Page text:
Why teach girls about money?
End the gender wage gap?
Promote economic empowerment?
Ensure a safe retirement?
Create opportunities throughout life?
When girls learn about money, they learn critical life skills like salary research and negotiation, and the need to maximize their incomes throughout their lives to build wealth and financial independence. They also learn about investing, and the power of compounding and time. That information can help girls learn to start saving early in their careers, to ensure sufficient funds for retirement. Finally, girls’ financial literacy means a foundation for creating a life with opportunities and choices.
The scary financial story for our girls today is that despite the Equal Pay Act of 1963, and lots of press about Hollywood and other industry wage discrimination, women working full-time continue to earn a fraction of what their male counterparts do — coming in at 80 cents on the dollar in 2017, according to the U.S. Census Bureau. Even scarier is that our academically successfully — and frequently superior — recent women college graduates continue to under-earn their male counterparts. According to a recent study by the Economic Policy Institute, recent women college grads earn 86% of what men earn in 2015, down from 91% in 2000.
So, what does that cost women in a lifetime? Studies show that a half a million dollars is what under-negotiations a first salary can cost someone by age 60. Why is this still going on despite policy changes, publicity, and overall greater awareness of the problem?
One thought is that women earn less because they do not negotiate salaries as effectively as their male counterparts, if at all. So why not? Let’s take a step back, and look at what happens as girls grow up, and what they learn about speaking up for themselves, and knowing and acknowledging their talents and skills.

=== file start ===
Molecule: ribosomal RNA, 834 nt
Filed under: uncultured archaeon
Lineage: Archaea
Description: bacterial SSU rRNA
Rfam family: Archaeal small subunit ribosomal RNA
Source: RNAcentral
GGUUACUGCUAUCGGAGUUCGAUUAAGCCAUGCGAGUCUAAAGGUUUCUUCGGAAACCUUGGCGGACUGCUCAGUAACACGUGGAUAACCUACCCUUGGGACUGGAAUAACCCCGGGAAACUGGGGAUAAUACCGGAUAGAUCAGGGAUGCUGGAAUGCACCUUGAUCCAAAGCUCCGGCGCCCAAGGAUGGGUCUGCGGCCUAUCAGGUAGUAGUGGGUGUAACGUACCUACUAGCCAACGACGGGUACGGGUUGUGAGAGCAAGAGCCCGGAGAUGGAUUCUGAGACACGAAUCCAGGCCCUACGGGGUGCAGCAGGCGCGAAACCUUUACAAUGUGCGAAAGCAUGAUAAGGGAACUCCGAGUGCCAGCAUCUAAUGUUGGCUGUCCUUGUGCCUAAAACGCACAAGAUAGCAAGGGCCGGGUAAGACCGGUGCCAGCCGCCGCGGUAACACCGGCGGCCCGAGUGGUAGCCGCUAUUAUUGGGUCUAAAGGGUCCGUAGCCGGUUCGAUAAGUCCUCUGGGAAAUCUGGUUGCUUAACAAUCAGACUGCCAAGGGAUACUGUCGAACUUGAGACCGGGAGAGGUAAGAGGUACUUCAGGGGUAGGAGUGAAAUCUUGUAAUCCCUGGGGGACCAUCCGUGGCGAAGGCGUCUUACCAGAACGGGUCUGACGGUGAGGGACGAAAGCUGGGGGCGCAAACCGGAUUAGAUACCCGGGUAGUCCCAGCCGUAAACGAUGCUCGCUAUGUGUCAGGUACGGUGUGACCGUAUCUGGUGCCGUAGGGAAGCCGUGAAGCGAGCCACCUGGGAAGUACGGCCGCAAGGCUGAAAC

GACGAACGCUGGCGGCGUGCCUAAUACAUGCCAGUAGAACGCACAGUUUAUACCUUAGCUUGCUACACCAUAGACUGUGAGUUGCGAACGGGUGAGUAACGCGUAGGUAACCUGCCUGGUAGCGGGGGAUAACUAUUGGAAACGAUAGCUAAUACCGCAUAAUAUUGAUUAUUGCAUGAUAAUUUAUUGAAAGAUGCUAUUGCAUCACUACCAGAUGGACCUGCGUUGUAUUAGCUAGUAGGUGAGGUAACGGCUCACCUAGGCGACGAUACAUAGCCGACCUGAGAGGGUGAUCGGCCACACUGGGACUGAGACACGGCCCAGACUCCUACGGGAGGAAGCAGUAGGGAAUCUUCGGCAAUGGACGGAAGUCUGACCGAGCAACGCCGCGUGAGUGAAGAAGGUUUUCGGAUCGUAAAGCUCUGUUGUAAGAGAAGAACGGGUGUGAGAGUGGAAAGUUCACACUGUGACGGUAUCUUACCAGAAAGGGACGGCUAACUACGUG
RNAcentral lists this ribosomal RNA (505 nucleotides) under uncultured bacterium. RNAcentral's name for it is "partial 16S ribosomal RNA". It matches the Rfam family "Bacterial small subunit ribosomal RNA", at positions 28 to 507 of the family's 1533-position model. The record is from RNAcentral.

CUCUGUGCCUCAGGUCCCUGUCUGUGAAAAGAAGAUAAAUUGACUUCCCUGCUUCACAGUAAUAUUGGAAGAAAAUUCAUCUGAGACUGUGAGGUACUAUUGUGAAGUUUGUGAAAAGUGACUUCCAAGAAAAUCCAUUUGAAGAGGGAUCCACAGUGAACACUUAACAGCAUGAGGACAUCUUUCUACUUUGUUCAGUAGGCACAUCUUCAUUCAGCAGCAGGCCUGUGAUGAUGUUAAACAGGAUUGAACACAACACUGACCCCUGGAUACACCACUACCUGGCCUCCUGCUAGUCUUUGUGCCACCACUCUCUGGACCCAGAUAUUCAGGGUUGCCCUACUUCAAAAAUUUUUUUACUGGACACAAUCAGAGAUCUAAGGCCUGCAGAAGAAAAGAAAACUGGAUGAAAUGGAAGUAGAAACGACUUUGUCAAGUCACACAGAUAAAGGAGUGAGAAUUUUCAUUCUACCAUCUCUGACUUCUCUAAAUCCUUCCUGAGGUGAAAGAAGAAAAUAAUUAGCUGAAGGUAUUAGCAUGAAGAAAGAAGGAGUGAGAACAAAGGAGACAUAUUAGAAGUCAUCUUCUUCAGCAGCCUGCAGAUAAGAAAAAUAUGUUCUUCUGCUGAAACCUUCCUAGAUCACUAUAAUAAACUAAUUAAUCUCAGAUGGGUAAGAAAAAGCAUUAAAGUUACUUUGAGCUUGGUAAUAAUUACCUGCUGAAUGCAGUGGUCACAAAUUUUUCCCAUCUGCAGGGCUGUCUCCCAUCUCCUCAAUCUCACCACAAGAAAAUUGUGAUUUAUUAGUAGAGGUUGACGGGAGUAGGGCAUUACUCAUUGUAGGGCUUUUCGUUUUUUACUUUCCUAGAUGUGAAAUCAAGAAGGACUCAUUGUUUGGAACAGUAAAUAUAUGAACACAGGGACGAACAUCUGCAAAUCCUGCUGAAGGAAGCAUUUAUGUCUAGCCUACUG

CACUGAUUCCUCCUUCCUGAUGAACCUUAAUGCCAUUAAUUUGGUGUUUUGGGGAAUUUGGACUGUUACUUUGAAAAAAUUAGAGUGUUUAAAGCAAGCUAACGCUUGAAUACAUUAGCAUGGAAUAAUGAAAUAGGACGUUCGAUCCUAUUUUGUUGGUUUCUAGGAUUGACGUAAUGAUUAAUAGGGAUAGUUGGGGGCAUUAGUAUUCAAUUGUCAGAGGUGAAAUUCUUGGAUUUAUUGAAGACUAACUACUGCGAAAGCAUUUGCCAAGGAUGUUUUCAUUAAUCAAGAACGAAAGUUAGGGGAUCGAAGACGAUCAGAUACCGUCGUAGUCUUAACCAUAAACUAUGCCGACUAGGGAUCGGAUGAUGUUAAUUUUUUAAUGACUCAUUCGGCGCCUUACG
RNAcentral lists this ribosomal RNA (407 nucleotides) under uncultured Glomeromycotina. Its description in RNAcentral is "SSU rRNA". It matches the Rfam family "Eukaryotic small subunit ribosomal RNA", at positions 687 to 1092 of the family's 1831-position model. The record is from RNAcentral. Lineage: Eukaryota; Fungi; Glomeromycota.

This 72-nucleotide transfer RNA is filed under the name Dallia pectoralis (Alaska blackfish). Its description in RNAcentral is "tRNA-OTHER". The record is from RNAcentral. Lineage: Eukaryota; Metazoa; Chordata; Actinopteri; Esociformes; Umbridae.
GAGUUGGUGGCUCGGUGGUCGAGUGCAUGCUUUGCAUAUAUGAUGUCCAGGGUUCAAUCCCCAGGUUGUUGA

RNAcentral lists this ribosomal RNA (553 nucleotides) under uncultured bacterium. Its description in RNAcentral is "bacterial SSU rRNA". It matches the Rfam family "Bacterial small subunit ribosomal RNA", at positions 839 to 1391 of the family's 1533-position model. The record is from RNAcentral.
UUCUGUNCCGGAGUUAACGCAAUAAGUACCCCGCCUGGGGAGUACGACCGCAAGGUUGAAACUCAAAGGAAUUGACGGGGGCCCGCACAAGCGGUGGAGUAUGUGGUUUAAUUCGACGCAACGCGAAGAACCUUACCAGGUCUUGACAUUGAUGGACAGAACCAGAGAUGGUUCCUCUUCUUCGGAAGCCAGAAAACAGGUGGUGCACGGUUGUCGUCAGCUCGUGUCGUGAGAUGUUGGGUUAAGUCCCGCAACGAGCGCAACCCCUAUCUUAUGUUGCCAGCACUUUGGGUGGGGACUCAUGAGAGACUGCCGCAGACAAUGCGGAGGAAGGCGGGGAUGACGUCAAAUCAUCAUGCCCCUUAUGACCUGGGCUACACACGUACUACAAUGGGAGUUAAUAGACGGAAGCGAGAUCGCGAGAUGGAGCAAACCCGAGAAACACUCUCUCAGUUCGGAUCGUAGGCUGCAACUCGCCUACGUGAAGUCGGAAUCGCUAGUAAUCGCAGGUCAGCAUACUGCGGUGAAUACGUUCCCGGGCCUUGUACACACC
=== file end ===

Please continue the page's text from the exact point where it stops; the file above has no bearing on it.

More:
Psychologist Carol Gilligan has shown that girls learn between the ages of 11 and 15 or 16 that it is dangerous to say how she actually feels, compared to younger girls who are more courageous. Conversations with older adolescents can be marked by the phrase “I don’t know” when a few years earlier, the girls were outspoken and confident.
Another psychologist, Mary Pipher, talks in her book Reviving Ophelia: Saving the Selves of Adolescent Girls about how girls who speak frankly are labeled negatively, and that girls are trained in society to be feminine, and to “achieve, but not too much.”
In my experience as a mother and a teacher, I remember my middle school daughter and her friends starting to say that it was not nice to “brag,” which really meant, avoid saying positive things about themselves. Later, in my financial education classes with high school girls, I saw the evolution of that idea. When asked if my students would ever try to negotiate a higher salary, one girl said she would not ask for more money if it could hurt the company or other people working there. Another girl said she would never speak up for herself; she would work hard and wait to be noticed.